Monday, October 16, 2017

Harry Bosch and Terry McCaleb Team Up in This Excellent Thriller from Michael Connelly

In this book, published in 2001, Michael Connelly brings together three of the characters he had previously used as lead protagonists: former FBI agent, Terry McCaleb from Blood Work, journalist Jack McEvoy from The Poet, and L.A. Homicide Detective Harry Bosch, whom Connelly had featured in several novels up to that point. McEvoy plays a relatively minor role here, while Bosch and McCaleb are center stage.

As the book opens, Bosch is assisting the prosecution in a high-profile Hollywood murder trial. A movie director is charged with murdering a young actress and then attempting to make the killing look like an accidental death. Bosch was the lead detective on the case and made the arrest.

As the case unfolds in court, L. A. County Sheriff's detective Jaye Winston seeks out Terry McCaleb, looking for help on a case that has dead-ended. McCaleb, who was forced to retire after having a heart transplant, is now living quietly, running a charter fishing boat, and carving out a life with his new wife, their daughter, and his adopted son. But he hasn't lost the drive and the curiosity that once made him a leading FBI profiler.

Winston's case involves a scumbag named Edward Gunn who was once arrested by Harry Bosch for the murder of a prostitute. Gunn managed to beat the charge and has now been found murdered in a ritualistic fashion. Winston's case is going nowhere and she fears that this may be a serial killer who will be targeting victims after Gunn. She appeals to McCaleb who had worked with her previously, to look at the evidence and offer an opinion.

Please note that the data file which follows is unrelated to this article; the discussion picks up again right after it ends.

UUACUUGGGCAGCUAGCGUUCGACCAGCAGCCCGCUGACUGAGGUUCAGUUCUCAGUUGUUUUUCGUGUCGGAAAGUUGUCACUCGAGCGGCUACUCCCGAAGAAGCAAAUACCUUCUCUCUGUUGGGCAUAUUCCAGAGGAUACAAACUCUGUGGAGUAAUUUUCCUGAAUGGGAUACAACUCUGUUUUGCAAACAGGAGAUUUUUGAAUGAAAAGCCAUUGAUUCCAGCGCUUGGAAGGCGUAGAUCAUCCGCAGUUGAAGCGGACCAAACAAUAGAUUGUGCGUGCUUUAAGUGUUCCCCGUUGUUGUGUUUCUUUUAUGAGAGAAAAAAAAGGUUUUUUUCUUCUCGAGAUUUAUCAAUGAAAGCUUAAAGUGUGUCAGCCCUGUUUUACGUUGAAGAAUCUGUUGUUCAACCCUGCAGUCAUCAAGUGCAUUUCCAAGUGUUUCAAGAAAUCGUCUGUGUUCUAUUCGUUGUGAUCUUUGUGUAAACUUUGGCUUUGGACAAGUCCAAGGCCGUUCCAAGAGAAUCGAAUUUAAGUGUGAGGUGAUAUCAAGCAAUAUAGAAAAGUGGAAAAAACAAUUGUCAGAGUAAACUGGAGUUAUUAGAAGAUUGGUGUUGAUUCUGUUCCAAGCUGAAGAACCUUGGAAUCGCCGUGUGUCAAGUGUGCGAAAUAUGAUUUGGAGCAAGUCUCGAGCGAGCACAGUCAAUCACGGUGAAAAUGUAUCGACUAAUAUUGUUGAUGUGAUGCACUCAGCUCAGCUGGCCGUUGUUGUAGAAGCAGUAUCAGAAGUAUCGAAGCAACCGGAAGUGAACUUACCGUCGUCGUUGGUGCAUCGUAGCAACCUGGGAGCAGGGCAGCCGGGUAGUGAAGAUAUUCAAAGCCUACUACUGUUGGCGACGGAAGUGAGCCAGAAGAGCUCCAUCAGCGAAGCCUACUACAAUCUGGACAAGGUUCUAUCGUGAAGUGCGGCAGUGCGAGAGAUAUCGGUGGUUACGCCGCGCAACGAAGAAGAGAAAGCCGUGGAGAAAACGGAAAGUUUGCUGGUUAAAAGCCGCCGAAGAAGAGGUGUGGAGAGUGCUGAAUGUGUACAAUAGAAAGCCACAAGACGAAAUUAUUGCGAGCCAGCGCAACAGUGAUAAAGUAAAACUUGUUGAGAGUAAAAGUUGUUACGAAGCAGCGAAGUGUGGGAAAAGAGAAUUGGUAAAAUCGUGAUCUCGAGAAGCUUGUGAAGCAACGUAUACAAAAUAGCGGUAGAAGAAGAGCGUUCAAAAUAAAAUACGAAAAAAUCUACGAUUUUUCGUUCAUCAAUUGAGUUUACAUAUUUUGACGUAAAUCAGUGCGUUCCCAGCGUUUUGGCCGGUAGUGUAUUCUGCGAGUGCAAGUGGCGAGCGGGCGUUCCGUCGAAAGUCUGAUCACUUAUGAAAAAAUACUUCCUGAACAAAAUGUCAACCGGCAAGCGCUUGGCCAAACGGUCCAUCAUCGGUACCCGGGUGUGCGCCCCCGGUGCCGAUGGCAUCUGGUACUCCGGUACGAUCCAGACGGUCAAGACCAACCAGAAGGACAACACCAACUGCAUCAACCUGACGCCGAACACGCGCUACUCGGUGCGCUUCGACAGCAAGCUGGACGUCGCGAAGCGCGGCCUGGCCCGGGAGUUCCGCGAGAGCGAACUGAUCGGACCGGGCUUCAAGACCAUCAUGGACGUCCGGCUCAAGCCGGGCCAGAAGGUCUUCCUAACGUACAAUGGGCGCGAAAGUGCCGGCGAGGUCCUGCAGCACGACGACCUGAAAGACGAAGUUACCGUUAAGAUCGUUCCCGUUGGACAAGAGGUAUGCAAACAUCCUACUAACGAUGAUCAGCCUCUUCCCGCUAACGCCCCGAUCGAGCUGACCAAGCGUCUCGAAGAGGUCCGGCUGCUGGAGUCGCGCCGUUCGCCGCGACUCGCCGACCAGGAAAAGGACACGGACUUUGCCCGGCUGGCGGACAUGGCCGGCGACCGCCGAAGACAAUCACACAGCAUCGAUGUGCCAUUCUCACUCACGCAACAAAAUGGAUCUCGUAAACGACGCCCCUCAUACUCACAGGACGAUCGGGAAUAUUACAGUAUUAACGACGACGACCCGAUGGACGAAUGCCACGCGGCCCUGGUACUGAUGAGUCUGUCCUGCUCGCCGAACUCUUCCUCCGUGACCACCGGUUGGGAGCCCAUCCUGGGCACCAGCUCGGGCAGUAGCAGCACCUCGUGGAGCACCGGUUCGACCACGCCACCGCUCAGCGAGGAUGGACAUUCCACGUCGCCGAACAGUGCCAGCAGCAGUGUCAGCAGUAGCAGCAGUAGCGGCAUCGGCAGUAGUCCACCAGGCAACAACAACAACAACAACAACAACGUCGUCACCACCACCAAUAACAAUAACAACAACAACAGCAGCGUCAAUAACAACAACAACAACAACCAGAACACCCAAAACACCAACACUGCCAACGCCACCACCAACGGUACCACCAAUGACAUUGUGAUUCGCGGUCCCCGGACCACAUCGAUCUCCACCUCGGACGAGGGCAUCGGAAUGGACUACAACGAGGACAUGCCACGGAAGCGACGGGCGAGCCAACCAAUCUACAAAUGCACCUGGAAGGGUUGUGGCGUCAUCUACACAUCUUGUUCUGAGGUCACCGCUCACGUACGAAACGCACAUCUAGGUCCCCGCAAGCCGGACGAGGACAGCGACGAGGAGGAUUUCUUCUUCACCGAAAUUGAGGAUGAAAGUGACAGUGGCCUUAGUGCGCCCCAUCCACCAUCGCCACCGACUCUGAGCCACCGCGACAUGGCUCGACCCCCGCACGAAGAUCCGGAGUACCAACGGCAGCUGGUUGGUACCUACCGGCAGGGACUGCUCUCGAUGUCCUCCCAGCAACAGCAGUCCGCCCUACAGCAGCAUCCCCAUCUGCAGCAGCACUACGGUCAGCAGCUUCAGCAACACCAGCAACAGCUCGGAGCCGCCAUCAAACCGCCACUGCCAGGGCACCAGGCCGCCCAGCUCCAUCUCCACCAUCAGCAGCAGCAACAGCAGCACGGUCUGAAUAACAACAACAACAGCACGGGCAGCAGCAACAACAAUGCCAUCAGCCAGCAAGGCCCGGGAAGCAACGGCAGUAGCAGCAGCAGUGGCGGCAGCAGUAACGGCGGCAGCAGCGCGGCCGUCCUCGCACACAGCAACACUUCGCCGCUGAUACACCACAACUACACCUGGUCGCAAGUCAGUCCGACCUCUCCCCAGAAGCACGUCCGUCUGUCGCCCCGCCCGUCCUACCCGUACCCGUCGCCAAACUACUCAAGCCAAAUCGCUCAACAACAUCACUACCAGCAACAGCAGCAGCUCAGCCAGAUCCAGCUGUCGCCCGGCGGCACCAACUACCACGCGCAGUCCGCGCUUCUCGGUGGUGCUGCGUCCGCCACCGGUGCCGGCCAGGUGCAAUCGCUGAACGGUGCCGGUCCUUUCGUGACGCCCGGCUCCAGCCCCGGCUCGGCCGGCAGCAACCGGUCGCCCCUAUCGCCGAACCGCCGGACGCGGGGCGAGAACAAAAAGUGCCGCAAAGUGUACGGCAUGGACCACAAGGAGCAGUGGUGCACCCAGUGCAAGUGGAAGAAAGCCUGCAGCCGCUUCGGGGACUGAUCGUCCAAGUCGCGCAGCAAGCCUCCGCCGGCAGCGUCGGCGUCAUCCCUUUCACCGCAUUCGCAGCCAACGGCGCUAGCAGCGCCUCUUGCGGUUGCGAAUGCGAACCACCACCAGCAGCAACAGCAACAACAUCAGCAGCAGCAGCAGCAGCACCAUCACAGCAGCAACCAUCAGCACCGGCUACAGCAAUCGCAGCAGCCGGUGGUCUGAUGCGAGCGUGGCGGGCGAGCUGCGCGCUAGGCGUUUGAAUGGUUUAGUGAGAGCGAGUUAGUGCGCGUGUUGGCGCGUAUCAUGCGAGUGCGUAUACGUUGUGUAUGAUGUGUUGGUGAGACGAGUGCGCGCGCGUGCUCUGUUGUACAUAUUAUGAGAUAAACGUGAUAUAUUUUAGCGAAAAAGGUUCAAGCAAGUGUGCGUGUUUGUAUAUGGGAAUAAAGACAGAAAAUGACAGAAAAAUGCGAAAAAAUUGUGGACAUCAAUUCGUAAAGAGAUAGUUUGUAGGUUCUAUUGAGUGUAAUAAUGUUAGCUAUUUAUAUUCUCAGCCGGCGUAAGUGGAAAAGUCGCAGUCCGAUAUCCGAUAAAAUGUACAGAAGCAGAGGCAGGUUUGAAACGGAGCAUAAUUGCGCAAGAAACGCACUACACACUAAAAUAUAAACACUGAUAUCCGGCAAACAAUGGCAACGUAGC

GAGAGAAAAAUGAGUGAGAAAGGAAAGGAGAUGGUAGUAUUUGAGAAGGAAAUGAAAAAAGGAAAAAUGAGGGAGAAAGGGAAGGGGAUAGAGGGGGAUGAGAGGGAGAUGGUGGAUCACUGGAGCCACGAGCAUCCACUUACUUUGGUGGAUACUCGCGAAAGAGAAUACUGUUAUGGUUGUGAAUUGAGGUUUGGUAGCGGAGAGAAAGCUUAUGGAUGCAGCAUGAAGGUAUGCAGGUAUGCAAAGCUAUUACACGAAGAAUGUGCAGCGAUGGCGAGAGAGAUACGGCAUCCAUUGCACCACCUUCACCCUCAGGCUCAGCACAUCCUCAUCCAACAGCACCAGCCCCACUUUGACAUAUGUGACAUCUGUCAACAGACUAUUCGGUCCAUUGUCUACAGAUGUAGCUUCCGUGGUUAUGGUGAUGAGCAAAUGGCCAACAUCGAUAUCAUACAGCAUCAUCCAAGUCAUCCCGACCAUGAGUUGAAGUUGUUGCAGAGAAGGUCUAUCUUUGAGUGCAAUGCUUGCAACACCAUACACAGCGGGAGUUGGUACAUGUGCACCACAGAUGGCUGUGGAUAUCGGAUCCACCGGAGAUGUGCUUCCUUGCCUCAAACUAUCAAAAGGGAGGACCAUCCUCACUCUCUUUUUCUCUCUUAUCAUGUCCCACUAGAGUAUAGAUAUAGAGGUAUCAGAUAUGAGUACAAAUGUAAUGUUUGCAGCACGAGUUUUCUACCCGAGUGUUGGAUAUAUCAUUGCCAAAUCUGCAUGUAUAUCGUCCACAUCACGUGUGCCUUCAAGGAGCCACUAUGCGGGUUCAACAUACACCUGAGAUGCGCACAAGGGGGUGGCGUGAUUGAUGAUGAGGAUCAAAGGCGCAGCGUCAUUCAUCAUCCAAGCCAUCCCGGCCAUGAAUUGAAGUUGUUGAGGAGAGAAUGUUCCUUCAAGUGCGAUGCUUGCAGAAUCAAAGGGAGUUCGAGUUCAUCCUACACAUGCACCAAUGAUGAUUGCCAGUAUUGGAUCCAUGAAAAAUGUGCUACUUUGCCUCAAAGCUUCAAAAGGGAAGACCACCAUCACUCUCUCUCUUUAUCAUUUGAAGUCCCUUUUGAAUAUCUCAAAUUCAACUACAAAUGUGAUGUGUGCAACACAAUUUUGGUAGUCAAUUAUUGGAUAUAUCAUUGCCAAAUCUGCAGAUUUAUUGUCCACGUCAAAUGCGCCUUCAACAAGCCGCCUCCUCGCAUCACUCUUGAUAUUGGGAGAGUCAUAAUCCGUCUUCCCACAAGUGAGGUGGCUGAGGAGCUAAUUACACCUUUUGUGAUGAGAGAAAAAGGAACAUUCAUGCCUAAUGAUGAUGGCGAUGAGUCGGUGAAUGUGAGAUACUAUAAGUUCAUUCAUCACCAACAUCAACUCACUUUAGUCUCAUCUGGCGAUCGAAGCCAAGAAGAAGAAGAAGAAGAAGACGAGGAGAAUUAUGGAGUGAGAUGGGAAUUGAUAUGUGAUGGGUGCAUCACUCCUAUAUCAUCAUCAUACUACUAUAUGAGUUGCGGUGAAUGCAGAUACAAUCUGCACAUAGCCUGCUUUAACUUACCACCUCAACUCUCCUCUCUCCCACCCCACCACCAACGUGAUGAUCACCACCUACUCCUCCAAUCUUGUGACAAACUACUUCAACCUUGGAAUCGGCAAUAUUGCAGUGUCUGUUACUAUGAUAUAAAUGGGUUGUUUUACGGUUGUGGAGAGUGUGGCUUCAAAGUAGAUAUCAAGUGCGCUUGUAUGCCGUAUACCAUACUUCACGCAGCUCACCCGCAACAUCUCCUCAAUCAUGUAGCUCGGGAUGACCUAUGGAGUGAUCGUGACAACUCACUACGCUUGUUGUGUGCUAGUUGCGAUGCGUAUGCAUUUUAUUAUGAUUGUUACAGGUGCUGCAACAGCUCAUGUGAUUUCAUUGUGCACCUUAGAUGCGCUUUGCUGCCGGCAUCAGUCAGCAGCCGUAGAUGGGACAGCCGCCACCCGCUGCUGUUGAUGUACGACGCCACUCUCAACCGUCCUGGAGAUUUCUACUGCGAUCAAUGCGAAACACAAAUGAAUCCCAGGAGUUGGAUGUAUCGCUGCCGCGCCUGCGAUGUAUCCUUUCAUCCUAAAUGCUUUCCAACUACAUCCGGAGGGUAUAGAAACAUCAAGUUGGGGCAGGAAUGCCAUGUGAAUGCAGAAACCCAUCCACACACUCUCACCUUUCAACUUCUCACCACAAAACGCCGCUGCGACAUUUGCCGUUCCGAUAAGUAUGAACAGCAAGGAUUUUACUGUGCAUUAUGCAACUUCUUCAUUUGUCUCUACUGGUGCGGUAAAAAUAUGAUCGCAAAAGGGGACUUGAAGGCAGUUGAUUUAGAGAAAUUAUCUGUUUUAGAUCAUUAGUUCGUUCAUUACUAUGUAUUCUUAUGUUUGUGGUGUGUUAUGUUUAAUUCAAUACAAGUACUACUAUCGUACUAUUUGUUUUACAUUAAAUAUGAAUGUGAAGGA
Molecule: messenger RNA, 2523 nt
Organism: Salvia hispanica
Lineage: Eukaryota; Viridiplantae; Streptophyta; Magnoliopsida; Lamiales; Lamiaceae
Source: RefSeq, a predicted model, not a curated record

Well, in for a penny.... 

The reader understands immediately, even if Winston doesn't, that once this case gets its hooks into McCaleb, it's not going to let go. Civilian or not, and whether anyone wants him to or not, McCaleb will wind up in the middle of it. And the deeper McCaleb digs into the case, the more the evidence leads him in the direction of a startling suspect.

Meanwhile, the trial in which Bosch is involved is having its ups and downs. Just when it appears that the prosecution team has pretty much nailed the case against the cocky director, things seems to take a bad turn. And as the case seems to be hanging by a thread, McCaleb's investigation intrudes into it, with potentially dire consequences for everyone involved.

This is another very good novel from Michael Connelly. Caleb and Bosch make a very interesting pairing and the plot takes one surprising twist after another. One might argue that the ending is a little forced, but that's a small complaint, and this is another story from Connelly that kept me turning the pages well into the night. An easy four stars.

Sunday, October 8, 2017

Another Winner from Tana French